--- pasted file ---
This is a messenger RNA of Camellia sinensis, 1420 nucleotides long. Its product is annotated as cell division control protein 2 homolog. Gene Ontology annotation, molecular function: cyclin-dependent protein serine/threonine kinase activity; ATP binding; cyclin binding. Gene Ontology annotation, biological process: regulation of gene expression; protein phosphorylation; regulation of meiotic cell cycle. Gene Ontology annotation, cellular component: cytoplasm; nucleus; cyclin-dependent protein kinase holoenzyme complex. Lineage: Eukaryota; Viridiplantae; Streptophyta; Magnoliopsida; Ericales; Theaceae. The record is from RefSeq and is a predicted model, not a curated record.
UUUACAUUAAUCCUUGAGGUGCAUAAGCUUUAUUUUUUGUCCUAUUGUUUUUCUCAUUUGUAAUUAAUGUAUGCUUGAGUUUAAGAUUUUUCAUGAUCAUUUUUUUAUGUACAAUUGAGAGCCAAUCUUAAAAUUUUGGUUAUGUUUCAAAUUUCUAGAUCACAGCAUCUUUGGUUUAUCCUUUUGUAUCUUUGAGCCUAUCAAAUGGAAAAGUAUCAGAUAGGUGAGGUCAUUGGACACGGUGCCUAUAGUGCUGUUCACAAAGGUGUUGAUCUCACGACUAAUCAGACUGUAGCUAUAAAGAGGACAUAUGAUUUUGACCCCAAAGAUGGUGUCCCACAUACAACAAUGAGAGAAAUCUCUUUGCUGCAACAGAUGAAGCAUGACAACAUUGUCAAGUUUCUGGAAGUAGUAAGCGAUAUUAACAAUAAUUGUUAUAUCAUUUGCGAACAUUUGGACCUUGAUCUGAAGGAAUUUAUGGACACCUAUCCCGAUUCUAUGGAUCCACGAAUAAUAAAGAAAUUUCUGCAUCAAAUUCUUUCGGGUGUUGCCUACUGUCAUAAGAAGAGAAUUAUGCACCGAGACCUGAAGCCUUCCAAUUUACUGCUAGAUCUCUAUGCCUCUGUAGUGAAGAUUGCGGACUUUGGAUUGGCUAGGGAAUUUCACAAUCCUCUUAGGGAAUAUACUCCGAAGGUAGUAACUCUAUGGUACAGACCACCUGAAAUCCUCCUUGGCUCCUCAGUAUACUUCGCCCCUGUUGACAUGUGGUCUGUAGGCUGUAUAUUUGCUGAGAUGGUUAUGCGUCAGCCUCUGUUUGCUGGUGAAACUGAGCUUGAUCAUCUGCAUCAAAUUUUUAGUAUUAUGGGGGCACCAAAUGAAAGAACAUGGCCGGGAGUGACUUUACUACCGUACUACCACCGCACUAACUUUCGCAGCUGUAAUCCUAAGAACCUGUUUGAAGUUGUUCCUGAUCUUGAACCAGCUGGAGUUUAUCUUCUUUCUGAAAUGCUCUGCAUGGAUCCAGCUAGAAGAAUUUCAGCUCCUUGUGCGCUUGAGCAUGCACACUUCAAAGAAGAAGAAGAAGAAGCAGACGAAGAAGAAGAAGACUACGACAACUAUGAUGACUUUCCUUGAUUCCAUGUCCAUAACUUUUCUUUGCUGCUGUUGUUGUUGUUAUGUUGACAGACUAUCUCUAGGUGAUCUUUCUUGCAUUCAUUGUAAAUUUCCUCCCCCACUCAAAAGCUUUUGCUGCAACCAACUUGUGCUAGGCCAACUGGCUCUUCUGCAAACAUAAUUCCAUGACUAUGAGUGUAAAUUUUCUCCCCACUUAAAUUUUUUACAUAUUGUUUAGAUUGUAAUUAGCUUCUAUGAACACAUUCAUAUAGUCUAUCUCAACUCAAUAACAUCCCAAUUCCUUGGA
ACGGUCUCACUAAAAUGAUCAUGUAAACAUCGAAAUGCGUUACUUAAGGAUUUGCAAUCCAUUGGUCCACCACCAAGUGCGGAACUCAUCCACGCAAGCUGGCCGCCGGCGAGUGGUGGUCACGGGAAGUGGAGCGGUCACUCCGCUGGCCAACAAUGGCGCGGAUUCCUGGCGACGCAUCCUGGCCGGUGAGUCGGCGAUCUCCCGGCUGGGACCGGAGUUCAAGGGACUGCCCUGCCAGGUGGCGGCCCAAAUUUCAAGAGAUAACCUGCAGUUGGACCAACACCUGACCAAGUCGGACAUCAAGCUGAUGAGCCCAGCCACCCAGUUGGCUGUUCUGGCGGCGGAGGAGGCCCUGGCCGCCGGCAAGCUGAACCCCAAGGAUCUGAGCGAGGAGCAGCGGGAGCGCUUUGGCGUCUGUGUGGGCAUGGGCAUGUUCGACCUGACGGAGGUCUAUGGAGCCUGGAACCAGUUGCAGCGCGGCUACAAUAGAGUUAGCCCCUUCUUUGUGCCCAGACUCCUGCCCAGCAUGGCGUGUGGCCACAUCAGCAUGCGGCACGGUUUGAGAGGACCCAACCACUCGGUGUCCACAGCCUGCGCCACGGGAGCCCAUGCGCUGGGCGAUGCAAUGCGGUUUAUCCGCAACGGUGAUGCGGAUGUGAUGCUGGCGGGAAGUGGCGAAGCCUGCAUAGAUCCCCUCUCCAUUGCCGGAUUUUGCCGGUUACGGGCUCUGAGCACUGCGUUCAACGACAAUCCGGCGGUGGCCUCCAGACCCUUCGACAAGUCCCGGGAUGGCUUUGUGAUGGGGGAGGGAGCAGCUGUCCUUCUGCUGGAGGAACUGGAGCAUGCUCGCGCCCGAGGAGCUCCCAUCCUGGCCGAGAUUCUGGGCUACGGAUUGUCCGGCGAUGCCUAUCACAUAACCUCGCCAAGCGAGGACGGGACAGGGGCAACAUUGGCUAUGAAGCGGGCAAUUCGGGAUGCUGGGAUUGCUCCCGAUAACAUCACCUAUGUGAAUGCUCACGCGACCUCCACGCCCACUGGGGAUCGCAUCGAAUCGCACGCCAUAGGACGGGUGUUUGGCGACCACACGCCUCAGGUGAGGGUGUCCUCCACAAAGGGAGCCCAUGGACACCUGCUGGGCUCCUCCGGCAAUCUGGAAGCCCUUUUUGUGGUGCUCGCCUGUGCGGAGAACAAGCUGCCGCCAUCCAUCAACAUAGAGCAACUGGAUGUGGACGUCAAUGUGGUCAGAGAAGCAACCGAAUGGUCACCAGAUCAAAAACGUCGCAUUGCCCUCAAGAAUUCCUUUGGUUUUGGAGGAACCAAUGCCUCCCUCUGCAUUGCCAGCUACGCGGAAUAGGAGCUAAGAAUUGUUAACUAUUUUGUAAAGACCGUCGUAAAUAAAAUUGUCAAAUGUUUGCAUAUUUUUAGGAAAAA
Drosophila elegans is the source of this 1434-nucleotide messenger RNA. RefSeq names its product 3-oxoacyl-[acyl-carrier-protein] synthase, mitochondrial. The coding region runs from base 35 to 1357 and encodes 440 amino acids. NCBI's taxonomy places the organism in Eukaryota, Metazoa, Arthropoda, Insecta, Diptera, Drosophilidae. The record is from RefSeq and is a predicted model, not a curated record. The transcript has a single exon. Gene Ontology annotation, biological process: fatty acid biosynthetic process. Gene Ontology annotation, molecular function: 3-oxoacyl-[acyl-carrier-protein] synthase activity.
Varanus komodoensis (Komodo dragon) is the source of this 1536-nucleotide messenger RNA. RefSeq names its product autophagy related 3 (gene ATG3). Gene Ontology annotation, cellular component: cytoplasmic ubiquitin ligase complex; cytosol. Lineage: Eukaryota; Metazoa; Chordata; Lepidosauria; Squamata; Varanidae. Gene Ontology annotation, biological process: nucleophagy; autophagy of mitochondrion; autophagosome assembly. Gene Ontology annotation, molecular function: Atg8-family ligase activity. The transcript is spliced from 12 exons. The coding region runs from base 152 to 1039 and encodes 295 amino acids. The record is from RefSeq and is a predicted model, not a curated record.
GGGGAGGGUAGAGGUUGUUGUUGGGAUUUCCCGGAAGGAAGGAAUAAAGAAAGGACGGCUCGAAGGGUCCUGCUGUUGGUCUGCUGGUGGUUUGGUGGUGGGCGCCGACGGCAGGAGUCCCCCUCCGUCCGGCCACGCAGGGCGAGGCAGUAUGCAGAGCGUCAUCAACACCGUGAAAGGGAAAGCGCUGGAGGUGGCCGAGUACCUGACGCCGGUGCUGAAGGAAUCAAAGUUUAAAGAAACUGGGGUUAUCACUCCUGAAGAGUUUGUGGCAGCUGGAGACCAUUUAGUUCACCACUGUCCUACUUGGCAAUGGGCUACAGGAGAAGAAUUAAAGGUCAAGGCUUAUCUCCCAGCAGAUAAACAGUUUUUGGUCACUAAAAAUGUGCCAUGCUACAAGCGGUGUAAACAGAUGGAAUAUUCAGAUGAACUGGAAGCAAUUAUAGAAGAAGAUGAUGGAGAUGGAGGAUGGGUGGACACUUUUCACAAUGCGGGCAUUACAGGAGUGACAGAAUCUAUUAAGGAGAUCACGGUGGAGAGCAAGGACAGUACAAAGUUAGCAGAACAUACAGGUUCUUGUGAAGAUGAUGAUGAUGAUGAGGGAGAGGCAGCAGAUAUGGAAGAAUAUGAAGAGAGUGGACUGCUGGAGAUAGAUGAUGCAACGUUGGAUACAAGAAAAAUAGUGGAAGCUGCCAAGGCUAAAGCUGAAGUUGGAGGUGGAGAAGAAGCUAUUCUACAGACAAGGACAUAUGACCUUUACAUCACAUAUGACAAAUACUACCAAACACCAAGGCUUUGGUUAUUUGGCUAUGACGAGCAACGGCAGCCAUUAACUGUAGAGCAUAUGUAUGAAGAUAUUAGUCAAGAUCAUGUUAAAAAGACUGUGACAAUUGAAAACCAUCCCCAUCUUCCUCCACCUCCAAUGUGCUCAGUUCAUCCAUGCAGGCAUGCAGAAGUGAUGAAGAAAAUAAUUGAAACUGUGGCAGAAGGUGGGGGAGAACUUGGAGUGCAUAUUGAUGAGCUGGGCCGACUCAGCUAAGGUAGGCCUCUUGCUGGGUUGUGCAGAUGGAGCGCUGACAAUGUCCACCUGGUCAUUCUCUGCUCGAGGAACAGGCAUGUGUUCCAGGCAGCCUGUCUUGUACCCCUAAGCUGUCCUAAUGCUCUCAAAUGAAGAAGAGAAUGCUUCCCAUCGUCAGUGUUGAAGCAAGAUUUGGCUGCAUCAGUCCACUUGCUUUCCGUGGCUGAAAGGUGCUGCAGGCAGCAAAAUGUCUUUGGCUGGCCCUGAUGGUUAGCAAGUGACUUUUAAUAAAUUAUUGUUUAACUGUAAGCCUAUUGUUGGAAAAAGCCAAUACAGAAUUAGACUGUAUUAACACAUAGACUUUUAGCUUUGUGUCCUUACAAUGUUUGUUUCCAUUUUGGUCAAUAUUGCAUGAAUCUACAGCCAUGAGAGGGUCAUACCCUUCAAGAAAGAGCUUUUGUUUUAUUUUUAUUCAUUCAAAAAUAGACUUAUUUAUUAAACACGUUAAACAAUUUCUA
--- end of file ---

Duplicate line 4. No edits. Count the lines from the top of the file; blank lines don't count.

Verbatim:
Drosophila elegans is the source of this 1434-nucleotide messenger RNA. RefSeq names its product 3-oxoacyl-[acyl-carrier-protein] synthase, mitochondrial. The coding region runs from base 35 to 1357 and encodes 440 amino acids. NCBI's taxonomy places the organism in Eukaryota, Metazoa, Arthropoda, Insecta, Diptera, Drosophilidae. The record is from RefSeq and is a predicted model, not a curated record. The transcript has a single exon. Gene Ontology annotation, biological process: fatty acid biosynthetic process. Gene Ontology annotation, molecular function: 3-oxoacyl-[acyl-carrier-protein] synthase activity.